Veterans from Spain, the Battle for France, and the Battle of Britain, the Pik As were hardened fighter pilots. During the Battle of Britain Goering discovered that the wife of the Geschwaderkommodore, Major Hans-Jürgen von Cramon-Taubadel, had distant Jewish ancestry. Goering made the entire wing remove their Ace of Spades emblem and replace it with a red band around the nose of each aircraft. After their commander was removed, the pilots retaliated by immediately painting over the swastikas on the tails. They were typically hard-fighting, irreverent, and unafraid of the Nazi hierarchy, or anything else, for that matter. One month into Barbarossa, the wing had shot down its one thousandth enemy aircraft.

But the Russians were fighting back—hard. As the German 16th Panzers crunched over the rubble on the outskirts of the city, they ran into the 1077th Anti-Aircraft Regiment. Though effective against aircraft, the 37 mm guns had a tough time with the extra armor plates carried on most Panzer III/IV tanks. After knocking out all the guns, the Germans were shocked to find they’d been fighting teenage girls. The twin thrusts were largely successful, and by mid-November Paulus had advanced to the Volga shore and controlled nine-tenths of Stalingrad.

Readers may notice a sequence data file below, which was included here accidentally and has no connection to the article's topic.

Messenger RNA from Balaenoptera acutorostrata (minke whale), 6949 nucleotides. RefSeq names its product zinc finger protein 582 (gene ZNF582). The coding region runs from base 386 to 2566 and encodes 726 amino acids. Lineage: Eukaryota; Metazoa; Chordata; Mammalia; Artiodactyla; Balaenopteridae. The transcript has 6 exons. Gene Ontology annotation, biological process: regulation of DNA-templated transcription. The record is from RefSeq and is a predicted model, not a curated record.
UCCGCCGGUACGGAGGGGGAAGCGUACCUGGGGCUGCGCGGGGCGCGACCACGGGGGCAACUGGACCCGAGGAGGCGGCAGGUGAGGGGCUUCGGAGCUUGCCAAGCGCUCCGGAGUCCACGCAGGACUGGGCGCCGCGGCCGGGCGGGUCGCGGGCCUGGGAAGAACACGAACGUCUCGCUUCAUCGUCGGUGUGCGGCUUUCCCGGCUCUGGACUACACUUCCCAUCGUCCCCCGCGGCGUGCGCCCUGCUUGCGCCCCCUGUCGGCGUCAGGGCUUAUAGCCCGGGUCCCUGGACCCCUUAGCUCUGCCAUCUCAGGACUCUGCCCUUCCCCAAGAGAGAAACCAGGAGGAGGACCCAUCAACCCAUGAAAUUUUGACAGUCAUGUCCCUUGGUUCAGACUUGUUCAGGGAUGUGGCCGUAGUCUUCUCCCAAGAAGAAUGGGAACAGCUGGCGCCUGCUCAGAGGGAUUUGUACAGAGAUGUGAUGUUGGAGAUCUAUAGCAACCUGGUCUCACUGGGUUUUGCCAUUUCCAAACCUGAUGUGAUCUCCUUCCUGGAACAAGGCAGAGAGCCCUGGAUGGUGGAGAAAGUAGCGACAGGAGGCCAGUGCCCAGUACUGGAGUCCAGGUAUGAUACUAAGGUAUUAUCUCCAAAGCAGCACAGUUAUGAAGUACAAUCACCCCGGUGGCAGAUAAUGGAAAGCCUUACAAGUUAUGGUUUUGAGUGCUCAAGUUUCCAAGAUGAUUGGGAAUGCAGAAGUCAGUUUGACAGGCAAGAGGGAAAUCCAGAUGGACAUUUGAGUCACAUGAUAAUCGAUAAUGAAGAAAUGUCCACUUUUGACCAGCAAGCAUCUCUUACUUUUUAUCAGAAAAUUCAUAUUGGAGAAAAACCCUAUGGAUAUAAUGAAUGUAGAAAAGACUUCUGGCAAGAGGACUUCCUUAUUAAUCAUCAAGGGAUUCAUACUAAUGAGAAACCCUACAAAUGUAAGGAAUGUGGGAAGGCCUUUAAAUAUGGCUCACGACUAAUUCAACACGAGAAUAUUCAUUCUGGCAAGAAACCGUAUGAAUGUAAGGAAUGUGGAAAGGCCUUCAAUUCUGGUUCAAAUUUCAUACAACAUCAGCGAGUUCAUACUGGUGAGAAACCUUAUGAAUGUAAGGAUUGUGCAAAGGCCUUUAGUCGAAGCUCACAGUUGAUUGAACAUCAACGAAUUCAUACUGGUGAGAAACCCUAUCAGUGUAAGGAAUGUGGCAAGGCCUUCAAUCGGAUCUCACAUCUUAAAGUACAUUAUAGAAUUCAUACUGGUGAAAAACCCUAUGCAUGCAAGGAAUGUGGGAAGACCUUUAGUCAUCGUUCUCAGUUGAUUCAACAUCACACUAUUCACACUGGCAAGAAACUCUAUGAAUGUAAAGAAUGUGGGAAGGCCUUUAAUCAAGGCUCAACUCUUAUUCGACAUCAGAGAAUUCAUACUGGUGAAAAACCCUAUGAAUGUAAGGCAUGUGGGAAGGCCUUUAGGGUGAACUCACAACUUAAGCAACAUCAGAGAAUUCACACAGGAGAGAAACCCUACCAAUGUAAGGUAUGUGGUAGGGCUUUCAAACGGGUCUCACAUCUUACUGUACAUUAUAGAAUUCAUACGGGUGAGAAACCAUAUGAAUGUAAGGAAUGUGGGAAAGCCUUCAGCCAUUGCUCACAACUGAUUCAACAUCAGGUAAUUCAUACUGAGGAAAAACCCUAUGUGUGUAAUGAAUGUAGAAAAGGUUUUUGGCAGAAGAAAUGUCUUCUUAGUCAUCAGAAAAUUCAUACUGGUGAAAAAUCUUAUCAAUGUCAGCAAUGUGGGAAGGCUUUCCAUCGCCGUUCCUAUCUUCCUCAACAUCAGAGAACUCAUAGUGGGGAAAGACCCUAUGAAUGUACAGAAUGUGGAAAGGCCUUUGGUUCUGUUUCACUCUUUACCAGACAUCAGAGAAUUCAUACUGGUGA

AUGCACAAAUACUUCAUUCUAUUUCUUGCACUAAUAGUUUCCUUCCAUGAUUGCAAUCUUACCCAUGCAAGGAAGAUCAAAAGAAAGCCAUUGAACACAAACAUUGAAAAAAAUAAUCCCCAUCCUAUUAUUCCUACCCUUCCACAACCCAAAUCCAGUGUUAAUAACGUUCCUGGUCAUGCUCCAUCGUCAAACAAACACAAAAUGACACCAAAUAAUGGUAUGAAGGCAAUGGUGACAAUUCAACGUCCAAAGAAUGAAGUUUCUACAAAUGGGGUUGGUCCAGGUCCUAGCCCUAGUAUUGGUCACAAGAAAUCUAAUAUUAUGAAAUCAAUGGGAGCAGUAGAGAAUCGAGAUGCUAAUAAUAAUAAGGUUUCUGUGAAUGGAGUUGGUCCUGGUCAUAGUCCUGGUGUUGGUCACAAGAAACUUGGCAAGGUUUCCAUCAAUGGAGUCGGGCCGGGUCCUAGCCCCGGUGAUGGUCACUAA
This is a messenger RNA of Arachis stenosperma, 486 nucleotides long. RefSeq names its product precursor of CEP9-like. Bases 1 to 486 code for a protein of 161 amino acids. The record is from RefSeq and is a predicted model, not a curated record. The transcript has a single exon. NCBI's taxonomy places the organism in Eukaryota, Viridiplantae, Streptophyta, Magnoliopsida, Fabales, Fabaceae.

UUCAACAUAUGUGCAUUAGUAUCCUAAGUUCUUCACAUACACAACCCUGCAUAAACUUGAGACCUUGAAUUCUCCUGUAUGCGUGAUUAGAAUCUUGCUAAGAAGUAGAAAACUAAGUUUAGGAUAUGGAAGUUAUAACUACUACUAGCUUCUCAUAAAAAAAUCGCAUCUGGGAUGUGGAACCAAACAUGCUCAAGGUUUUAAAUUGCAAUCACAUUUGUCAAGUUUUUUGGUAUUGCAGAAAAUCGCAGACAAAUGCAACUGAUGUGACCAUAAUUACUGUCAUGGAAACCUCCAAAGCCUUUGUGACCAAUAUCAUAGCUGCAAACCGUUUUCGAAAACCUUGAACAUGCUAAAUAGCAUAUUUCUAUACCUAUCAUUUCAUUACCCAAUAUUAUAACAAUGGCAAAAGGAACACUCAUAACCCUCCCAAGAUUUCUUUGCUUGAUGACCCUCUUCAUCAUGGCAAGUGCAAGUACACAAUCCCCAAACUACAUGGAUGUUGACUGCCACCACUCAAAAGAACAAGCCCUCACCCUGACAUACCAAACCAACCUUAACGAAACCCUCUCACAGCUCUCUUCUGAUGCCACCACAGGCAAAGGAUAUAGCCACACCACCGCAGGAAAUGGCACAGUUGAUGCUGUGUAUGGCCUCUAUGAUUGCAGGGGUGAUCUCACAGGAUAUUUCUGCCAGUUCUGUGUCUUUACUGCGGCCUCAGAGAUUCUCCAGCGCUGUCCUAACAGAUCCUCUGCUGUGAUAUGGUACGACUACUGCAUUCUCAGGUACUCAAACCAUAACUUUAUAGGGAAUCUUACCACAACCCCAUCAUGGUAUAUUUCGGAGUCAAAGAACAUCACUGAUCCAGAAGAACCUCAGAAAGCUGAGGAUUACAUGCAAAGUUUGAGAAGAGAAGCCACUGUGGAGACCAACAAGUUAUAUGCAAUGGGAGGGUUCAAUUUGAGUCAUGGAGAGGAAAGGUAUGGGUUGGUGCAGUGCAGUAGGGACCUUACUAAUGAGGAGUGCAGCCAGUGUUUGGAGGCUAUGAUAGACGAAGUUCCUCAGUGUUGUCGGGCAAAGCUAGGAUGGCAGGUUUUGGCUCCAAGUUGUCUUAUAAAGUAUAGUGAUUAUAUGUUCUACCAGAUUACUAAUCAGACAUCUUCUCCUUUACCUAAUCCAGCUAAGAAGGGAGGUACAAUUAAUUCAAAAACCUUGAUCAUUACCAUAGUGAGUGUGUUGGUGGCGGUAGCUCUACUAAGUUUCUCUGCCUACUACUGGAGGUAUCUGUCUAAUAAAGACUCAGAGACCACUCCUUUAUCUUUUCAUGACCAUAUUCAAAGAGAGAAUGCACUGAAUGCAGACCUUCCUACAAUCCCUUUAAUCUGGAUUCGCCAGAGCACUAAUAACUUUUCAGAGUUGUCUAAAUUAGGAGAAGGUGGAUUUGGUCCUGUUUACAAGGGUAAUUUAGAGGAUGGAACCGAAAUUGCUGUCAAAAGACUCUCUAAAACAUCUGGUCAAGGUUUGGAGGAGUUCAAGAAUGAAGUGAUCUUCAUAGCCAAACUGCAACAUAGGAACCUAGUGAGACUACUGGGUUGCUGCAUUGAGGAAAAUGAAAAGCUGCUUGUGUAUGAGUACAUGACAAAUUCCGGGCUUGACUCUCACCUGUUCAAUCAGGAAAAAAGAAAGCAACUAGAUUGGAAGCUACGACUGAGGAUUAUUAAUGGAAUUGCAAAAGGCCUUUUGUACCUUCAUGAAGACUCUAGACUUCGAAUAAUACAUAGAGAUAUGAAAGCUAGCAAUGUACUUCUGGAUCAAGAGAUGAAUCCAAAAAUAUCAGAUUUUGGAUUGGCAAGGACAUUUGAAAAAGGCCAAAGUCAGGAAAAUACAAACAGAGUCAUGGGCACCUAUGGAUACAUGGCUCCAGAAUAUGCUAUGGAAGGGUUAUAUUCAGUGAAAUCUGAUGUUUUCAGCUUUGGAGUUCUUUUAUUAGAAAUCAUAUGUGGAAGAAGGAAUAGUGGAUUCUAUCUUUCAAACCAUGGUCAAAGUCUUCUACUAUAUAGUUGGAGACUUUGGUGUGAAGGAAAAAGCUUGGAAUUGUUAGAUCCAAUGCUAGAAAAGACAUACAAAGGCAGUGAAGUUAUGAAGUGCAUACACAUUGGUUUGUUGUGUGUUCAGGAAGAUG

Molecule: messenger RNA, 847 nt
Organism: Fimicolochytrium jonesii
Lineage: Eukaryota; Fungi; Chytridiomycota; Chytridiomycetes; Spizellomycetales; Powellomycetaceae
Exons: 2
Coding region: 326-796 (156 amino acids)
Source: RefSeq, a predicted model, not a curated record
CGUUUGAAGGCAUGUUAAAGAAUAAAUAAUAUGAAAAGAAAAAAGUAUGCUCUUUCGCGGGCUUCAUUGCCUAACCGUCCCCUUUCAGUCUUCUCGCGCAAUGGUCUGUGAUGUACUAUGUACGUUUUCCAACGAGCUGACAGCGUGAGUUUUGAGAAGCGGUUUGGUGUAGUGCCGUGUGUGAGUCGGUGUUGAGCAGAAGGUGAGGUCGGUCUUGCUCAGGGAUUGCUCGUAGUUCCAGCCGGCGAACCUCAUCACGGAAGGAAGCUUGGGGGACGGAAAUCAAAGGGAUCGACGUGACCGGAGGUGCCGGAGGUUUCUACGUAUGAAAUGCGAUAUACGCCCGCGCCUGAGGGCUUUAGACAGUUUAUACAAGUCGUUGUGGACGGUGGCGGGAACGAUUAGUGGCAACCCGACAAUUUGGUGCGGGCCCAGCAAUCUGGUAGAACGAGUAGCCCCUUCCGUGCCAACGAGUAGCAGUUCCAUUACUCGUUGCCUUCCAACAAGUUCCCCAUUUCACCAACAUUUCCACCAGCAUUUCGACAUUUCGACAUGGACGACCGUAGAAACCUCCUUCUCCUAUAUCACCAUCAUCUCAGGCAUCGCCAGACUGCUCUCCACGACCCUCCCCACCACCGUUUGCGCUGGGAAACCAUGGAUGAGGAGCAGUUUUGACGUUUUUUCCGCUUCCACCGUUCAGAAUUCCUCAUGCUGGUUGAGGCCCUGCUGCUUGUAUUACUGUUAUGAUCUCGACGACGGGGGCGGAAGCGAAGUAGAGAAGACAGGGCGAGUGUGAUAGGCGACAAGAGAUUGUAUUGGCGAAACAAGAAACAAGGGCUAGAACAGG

It was over a year now since Barbarossa had ground to a halt, and once again winter threatened the Germans. Low clouds, fog, and killing temperatures made most flying difficult if not impossible. Luftflotte IV managed about 1,500 daily sorties but had lost at least 40 percent of its operational aircraft, and the strength of the Sixth Army had fallen by half. The VVS decided to form the 9th Guards Fighter Regiment, an elite unit composed solely of veterans and aces. Commanded by Lev Shestakov, the leading Soviet ace from Spain, the 9th was supposed to do battle with famous German units such as JG 52 and JG 53.

Apparently Shestakov wanted Lilya Litvyak and Katya Budanova in his regiment, given their blossoming reputations. “Watch out for the girls,” he told his male pilots. “And don’t offend them. They fly excellently and they have already killed some Fritzes.” By this time prewar prejudices had disappeared and all that mattered was a pilot’s ability to kill the enemy and not his (or her) comrades. This attitude was shared by most Russians, and in an eerie parallel to Hitler’s Nazi ranting, the Russians were told, “If you have not killed at least one German a day you have wasted that day. If you leave a German alive, the German will hang a Russian and rape a Russian woman. Kill the German.”*